- Also rendering the objects to be post-processed to the default framebuffer with stencil writes enabled, then using stencil tests when compositing.

Keithster
12-28-2015, 03:50 AM
Thanks for the reply. I'm relatively new here. I'm not doing anything special occlusion-wise other than what I showed in the video. I do a glEnable(GL_DEPTH_TEST) before rendering the default framebuffer and another before rendering to the offline fbo.

"by copying the depth values to gl_FragDepth"
Could you elaborate more on that? which pass should i render first? default or offline? how do I do the copy? spit out a texture with its fragments set to gl_FragDepth?

"you'd need to use two FBOs and composite them to the default framebuffer. The two sets of objects will need to be rendered in disjoint phases so that overdraw is handled correctly."
So two fbos, each with its own depth and texture attachments, I render the crates/model to the first one, and model to the second. I now have two offline render textures, I need to composite them to the final full screen quad and draw that? how do I composite them?

GClements
12-28-2015, 05:02 AM
Thanks for the reply. I'm relatively new here. I'm not doing anything special occlusion-wise other than what I showed in the video. I do a glEnable(GL_DEPTH_TEST) before rendering the default framebuffer and another before rendering to the offline fbo.

That isn't sufficient if you have two framebuffers each with a separate depth buffer. Objects rendered to the default framebuffer will only be occluded by other objects rendered to the default framebuffer, objects rendered to the FBO will only be occluded by other objects rendered to the FBO.



"by copying the depth values to gl_FragDepth"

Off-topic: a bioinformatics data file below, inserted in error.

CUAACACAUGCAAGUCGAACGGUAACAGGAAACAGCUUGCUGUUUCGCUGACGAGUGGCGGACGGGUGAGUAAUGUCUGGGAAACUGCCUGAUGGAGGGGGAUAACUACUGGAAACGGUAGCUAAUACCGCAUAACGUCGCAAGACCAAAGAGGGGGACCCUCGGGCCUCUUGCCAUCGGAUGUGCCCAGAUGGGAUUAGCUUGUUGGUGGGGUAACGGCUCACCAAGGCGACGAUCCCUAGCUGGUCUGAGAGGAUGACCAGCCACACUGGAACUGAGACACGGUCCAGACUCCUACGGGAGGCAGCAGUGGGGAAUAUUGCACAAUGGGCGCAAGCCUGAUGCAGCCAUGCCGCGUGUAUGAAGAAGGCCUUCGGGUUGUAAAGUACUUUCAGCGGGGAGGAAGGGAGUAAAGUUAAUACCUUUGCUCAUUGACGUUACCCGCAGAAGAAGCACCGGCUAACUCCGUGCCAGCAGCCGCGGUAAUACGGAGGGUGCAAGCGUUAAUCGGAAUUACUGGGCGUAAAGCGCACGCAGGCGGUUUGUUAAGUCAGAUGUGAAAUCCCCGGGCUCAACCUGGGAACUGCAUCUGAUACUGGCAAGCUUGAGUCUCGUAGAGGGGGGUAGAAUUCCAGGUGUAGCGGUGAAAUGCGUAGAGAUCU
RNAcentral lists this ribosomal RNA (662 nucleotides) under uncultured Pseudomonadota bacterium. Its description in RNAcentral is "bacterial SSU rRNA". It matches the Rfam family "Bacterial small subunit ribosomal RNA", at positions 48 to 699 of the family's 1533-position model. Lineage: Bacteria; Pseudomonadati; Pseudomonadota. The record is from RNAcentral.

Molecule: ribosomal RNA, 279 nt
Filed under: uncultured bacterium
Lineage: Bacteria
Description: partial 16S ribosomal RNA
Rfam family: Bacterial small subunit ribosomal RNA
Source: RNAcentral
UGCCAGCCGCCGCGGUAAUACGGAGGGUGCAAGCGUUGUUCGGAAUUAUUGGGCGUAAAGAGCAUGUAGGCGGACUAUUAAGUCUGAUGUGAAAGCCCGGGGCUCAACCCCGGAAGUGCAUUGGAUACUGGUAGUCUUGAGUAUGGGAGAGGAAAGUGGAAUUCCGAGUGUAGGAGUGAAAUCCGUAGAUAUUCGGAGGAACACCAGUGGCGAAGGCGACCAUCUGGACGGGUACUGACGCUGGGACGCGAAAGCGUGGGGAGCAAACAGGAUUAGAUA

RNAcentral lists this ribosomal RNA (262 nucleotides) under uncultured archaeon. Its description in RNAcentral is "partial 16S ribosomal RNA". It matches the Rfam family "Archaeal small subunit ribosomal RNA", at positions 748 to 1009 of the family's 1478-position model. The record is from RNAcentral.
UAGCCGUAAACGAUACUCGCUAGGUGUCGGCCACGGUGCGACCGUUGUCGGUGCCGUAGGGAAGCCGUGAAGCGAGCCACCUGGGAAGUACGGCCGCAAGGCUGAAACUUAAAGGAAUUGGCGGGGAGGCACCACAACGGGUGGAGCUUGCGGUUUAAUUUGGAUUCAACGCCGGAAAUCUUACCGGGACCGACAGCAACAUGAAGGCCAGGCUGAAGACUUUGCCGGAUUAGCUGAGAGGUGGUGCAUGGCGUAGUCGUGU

Could you elaborate more on that? which pass should i render first? default or offline? how do I do the copy? spit out a texture with its fragments set to gl_FragDepth?

When rendering the FBO onto the default framebuffer, enable depth tests, and set gl_FragDepth to the value from the FBO's depth buffer (which will need to have been bound as a source texture). Thus, pixels from the model will only be copied if they are closer than those from the crates. If you plan on rendering anything else to the default framebuffer afterwards, also enable depth writes so that the depth values are copied whenever pixels are copied. With this approach, it doesn't matter which pass is rendered first; they can even be interleaved.



"you'd need to use two FBOs and composite them to the default framebuffer. The two sets of objects will need to be rendered in disjoint phases so that overdraw is handled correctly."
So two fbos, each with its own depth and texture attachments,

Both FBOs would use the same texture for their depth attachment so that it contains the nearest depth overall. Closer objects occlude farther objects regardless of whether they are rendered to the same framebuffer or to different framebuffers.